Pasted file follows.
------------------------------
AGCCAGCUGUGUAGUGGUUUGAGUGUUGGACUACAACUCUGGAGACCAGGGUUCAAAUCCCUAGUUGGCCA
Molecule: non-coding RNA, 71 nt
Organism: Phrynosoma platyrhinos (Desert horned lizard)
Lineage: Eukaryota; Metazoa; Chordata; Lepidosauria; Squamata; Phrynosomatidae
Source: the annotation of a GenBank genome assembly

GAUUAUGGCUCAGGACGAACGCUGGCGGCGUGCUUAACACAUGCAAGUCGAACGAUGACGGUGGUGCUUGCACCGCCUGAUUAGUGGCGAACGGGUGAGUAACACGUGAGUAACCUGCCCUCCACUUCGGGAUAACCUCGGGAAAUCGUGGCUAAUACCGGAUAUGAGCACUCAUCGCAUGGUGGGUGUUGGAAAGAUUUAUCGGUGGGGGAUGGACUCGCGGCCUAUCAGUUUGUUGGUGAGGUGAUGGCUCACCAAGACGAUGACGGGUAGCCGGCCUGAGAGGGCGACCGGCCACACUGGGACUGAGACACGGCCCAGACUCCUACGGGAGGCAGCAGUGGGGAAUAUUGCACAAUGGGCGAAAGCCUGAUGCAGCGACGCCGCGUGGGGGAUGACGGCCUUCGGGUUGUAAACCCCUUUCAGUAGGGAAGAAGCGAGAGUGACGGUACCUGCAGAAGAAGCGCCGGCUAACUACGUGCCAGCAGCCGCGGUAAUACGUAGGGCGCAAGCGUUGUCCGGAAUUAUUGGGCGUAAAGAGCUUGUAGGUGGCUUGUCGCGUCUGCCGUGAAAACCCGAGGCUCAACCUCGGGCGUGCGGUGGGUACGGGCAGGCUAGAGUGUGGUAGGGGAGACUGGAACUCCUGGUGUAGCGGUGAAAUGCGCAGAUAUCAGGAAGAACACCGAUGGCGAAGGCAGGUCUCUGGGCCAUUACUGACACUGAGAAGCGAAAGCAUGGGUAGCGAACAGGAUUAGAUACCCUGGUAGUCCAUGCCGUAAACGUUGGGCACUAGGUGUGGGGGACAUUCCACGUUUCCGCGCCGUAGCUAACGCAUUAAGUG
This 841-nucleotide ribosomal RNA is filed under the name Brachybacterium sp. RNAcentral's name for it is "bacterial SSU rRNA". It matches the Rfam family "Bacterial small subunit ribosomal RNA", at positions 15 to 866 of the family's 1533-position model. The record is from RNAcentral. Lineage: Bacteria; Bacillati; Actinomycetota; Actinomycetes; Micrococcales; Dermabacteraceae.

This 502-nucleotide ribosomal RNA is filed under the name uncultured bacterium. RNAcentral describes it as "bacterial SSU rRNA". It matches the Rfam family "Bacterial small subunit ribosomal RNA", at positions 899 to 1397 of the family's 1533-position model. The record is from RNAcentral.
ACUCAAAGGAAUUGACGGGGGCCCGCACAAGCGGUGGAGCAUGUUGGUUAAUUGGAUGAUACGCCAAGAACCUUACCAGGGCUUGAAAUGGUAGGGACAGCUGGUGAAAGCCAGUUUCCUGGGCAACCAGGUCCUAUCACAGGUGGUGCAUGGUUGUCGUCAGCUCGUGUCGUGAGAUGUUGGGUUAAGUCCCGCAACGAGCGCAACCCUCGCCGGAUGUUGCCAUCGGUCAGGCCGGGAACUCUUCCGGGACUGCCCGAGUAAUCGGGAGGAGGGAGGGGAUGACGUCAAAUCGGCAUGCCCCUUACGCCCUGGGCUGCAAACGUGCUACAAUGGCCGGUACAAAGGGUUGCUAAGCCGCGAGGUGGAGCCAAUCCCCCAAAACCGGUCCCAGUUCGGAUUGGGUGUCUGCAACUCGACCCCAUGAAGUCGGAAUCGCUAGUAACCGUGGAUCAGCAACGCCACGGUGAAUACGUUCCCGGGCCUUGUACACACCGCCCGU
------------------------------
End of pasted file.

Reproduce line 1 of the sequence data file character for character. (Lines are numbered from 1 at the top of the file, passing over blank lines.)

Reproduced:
AGCCAGCUGUGUAGUGGUUUGAGUGUUGGACUACAACUCUGGAGACCAGGGUUCAAAUCCCUAGUUGGCCA